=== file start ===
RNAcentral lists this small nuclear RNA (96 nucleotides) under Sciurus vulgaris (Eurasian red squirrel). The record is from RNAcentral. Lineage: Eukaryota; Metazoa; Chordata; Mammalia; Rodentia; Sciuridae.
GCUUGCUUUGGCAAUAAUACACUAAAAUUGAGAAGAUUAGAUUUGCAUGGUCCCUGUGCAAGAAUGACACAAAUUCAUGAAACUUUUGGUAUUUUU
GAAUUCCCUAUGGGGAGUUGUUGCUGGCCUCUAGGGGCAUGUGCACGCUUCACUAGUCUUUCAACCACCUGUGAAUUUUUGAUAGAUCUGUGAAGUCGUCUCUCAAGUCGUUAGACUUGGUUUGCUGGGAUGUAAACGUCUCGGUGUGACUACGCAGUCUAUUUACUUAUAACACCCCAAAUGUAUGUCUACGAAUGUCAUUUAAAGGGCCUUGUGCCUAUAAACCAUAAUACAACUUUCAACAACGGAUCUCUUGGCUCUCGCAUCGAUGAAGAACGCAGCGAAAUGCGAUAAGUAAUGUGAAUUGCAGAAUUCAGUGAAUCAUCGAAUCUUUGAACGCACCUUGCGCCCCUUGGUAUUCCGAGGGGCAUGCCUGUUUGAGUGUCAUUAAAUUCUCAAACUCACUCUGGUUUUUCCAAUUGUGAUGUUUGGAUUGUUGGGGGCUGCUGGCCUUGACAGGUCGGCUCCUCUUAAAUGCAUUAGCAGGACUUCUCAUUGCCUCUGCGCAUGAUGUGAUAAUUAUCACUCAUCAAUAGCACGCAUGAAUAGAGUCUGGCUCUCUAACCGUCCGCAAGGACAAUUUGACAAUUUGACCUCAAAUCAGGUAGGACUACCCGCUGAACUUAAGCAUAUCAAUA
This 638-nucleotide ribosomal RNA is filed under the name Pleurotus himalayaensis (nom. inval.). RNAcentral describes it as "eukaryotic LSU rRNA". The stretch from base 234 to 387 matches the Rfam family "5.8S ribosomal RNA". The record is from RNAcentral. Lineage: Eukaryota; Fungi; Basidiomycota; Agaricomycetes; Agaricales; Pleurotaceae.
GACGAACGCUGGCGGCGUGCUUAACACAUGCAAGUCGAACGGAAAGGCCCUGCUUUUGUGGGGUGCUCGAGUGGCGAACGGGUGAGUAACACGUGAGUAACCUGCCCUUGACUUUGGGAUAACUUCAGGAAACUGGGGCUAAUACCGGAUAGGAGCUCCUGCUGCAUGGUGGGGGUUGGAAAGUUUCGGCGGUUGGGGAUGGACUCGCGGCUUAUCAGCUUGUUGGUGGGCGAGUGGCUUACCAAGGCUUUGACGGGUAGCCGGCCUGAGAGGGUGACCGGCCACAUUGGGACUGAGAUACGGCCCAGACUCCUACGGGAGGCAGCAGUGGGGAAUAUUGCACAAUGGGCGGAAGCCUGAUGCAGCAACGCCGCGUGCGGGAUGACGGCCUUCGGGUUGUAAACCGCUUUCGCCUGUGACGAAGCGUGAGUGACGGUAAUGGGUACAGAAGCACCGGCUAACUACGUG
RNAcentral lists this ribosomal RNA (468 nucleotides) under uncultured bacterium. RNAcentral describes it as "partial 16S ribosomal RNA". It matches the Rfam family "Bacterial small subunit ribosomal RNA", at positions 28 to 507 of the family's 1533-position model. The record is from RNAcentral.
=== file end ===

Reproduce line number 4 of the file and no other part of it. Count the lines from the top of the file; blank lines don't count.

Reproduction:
This 638-nucleotide ribosomal RNA is filed under the name Pleurotus himalayaensis (nom. inval.). RNAcentral describes it as "eukaryotic LSU rRNA". The stretch from base 234 to 387 matches the Rfam family "5.8S ribosomal RNA". The record is from RNAcentral. Lineage: Eukaryota; Fungi; Basidiomycota; Agaricomycetes; Agaricales; Pleurotaceae.